A first and second look at "Mitis Iudex" | Dr. Edward Peters | CWR
"I think these five canons and the official explanation that accompanies them raise several serious questions for ecclesiastical marriage law."
Editor's note: The following posts from Dr. Edward Peters were originally published on the In the Light of the Law site, and are posted here with the kind permission of Dr. Peters. The first post was first published yesterday, shortly after the release of the motu proprio Mitis Iudex; the second was published late yesterday.
A first look at Mitis Iudex
The Latin text of Pope Francis’ Mitis Iudex is here. The document comes in four discernible parts: introductory remarks, an eight-point summary, new canonical norms (for Canons 1671-1691), and a “Procedure for cases declaring the nullity of marriage”. Looking, for now, ONLY at the eight Roman numeral headings summarizing the pope’s introductory remarks, my observations are:
I. Una sententia pro nullitate exsecutiva. This portends a significant change in the law, eliminating the current requirement that all affirmative cases (i.e., nullity was declared) be reviewed by a “second instance” tribunal, essentially, a careful re-examination of the first decision. Canon 1682. Optional appeal remains in place. Canon 1628. I have always said that mandatory review is not required for justice under natural law and that it serves, in my opinion, little practical value in canon law. Some respected voices in canon law would disagree with me on that. The delays associated with mandatory review were, in my opinion, exaggerated by tribunal critics, but this step will certainly shorten the overall process.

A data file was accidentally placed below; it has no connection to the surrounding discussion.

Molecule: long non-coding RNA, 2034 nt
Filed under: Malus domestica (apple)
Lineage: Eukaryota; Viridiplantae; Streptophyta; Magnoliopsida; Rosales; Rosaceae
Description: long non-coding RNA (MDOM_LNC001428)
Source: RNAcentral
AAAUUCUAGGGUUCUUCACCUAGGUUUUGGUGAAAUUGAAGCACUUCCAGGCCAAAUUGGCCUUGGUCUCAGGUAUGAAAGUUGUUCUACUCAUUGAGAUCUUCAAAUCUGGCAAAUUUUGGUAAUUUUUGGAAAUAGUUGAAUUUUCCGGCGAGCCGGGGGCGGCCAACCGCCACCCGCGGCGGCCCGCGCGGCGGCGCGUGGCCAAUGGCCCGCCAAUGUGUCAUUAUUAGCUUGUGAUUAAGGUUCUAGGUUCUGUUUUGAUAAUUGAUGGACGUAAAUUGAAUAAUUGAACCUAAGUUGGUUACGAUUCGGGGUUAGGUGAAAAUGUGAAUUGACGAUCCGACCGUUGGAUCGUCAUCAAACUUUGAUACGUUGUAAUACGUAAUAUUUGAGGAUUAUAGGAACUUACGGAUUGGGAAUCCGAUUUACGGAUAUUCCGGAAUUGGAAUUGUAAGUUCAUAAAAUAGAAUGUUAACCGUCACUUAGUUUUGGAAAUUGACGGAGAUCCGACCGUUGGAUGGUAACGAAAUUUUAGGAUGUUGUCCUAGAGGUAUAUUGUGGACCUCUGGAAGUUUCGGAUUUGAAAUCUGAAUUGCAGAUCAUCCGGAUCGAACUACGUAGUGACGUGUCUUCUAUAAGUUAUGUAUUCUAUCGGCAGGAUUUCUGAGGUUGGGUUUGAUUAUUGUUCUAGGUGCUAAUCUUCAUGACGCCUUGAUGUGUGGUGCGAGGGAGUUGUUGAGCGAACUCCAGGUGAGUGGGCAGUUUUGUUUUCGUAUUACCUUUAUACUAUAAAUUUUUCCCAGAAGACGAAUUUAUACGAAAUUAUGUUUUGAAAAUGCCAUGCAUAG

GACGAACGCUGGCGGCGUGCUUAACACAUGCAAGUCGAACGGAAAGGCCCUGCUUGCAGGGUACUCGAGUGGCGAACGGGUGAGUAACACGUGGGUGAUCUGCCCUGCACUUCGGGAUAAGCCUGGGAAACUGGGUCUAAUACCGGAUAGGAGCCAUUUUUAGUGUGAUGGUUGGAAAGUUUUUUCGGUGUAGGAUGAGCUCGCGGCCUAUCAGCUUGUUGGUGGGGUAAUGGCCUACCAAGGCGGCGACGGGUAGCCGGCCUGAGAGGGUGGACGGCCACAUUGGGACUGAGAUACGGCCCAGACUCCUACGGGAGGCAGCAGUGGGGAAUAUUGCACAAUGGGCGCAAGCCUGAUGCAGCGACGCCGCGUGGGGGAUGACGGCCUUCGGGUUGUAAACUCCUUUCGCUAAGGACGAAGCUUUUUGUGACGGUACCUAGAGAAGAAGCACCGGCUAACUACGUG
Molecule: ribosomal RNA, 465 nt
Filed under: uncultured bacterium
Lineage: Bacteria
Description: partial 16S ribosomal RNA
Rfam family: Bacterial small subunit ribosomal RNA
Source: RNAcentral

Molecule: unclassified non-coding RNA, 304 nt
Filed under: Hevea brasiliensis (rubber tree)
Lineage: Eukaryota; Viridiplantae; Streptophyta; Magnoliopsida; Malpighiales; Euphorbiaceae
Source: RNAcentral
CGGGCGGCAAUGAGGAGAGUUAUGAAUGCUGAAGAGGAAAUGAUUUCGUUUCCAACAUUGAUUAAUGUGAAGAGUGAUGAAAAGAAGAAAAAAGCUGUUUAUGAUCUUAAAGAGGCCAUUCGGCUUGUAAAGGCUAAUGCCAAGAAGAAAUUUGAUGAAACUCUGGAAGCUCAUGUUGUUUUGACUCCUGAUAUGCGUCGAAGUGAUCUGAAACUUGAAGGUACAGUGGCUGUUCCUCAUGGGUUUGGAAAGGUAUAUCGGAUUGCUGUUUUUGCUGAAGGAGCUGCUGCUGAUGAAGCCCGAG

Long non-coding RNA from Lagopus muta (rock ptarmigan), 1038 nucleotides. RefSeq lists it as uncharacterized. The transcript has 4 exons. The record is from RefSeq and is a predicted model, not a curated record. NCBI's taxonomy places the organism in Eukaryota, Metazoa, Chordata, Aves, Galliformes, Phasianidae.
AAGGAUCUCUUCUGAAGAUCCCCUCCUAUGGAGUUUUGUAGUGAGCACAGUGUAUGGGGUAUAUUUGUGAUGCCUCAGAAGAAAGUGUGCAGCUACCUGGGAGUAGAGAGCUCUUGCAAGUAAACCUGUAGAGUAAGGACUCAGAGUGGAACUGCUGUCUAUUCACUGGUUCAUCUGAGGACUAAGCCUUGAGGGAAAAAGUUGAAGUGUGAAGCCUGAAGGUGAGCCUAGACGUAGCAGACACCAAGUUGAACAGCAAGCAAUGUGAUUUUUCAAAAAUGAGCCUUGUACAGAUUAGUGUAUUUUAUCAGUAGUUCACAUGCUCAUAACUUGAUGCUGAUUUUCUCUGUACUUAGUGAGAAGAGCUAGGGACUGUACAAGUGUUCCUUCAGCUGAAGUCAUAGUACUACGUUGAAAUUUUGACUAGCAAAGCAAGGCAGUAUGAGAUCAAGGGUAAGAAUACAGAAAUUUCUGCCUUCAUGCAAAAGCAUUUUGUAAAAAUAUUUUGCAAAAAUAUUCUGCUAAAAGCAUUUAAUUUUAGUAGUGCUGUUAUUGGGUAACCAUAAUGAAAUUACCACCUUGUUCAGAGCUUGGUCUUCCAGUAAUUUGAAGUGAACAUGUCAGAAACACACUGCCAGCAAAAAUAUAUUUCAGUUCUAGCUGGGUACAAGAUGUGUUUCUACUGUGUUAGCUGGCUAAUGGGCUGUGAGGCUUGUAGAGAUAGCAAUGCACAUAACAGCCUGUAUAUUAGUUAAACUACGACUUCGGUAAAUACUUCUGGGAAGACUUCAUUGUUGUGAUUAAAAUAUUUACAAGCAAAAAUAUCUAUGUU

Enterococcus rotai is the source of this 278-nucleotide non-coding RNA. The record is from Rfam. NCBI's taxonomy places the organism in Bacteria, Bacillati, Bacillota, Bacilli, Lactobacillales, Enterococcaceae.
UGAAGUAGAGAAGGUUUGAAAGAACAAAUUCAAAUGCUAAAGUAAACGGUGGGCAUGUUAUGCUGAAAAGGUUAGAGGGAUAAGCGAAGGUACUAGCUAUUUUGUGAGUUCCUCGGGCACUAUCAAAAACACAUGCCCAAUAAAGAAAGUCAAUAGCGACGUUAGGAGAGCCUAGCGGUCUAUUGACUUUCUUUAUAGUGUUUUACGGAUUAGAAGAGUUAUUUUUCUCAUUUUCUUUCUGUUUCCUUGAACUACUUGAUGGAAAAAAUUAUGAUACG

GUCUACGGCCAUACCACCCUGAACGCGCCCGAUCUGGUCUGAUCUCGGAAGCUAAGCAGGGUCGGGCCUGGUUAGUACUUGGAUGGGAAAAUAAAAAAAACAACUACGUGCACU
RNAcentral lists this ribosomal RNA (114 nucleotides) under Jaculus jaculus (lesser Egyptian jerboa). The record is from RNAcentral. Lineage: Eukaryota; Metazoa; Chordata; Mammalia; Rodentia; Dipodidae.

II. Iudex unicus sub Episcopi responsabilitate. This represents little or no change in the law. Bishops have always appointed tribunal judges. Canons 1420-1421. With routinely-granted episcopal conference permission, bishops could already assign marriage cases to sole, clerical (including deacons) judges. Canon 1425 § 4. It appears that such permission need no longer be sought.
III. Ipse Episcopus iudex. This represents little or no change in the law. Bishops have always been the first judges in their dioceses. Canon 1419 § 1. Exhortational language that bishops play a greater role in hearing actual cases is to be followed in light of, among other things, the demands already made on bishops’ time and their personal training and/or aptitude for technical juridical work.